FRANCHISOR 101:
When is Unreasonable, Reasonable?

Crown Imports, LLC (Crown) imports Corona beer from Mexico. In 2008, two of Crown's Southern California distributors, Classic and HBC, agreed that Classic would buy HBC's Crown distributorship. Crown denied approval of the transfer citing Classic's poor performance.

In 2008 and 2009, Classic won top-distributorship awards, and in 2010, Classic again sought Crown's approval to buy HBC's distributorship. But Crown again refused consent, and HBC sold its distributorship to Anheuser-Busch.

Classic sued Crown for interference, claiming that Crown had a secret plan to prevent Classic from acquiring HBC's distributorship. On appeal, the California Court of Appeal disagreed with Classic and with a lower court, and held that no genuine issues of fact existed as to whether Crown unlawfully withheld consent to the Classic/HBC transfer.

A plaintiff claiming interference must prove, among other things, that the defendant intentionally or negligently committed an independently wrongful act to disrupt an existing business relationship, which did disrupt the relationship.

Beer LawClassic argued Crown unreasonably withheld consent to its purchase of HBC's distribution rights in violation of California Business and Professions Code Section 25000.9, which, Classic claimed, amounted to an independently wrongful act. Section 25000.9 says that "Any beer manufacturer who unreasonably withholds consent [to a distributor transfer] shall be liable to the [distributor]."

In rejecting Classic's arguments, the court held that since Section 25000.9 provides a remedy for disappointed sellers, not buyers, Crown's denial, even if it was unreasonable and violated Section 25000.9, was not an independently wrongful act. Moreover, the court opined, Section 25000.9 can be read to "permit a beer manufacturer to unreasonably deny approval [of] a transfer."

It ruled that "as long as a seller receives adequate compensation either from a successor purchaser or the manufacturer itself, there is no violation of the statute." The court further ruled that good policy reasons exist to let beer manufacturers unreasonably deny consent to transfers, provided they make the disappointed distributors whole.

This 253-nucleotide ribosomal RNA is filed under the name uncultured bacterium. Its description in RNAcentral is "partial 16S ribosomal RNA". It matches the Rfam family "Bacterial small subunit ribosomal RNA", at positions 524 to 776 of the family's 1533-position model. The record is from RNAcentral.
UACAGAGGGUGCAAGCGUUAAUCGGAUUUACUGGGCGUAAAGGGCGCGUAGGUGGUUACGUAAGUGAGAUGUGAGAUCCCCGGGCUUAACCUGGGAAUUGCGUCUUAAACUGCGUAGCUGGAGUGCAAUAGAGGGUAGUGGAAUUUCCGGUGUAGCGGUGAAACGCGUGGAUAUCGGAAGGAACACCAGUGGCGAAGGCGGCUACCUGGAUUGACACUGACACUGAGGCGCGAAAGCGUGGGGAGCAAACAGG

Under California law, beer distributors may not sell beer without first entering into written distribution agreements with manufacturers and filing the agreements with state. So, the court explained, if a manufacturer could not withhold consent, it would be forced to enter a new contract with the transferee distributor, even if it did not wish to do business with the new distributor.

Notwithstanding the court's reasoning and outcome in this case, California brewers should still keep in mind the risk that unreasonably denying consent to a distributor transfer may violate California law. Discretion remains a better part of valor.

Read the appellate court opinion: Crown Imports, LLC v. Superior Court and Classic Distributing & Beverage Group. 

 

FRANCHISEE 101:
Item 19 Misdirection Ultimately Discovered by Franchisee

Franchisors that make Item 19 financial performance representations (FPRs) must disclose all material facts and not knowingly conceal any facts necessary to make their disclosures true under the circumstances in which they are presented. Abbo v. Wireless Toyz L.L.C. provides hope for franchisees whose franchisors do not disclose all relevant facts in their FPRs.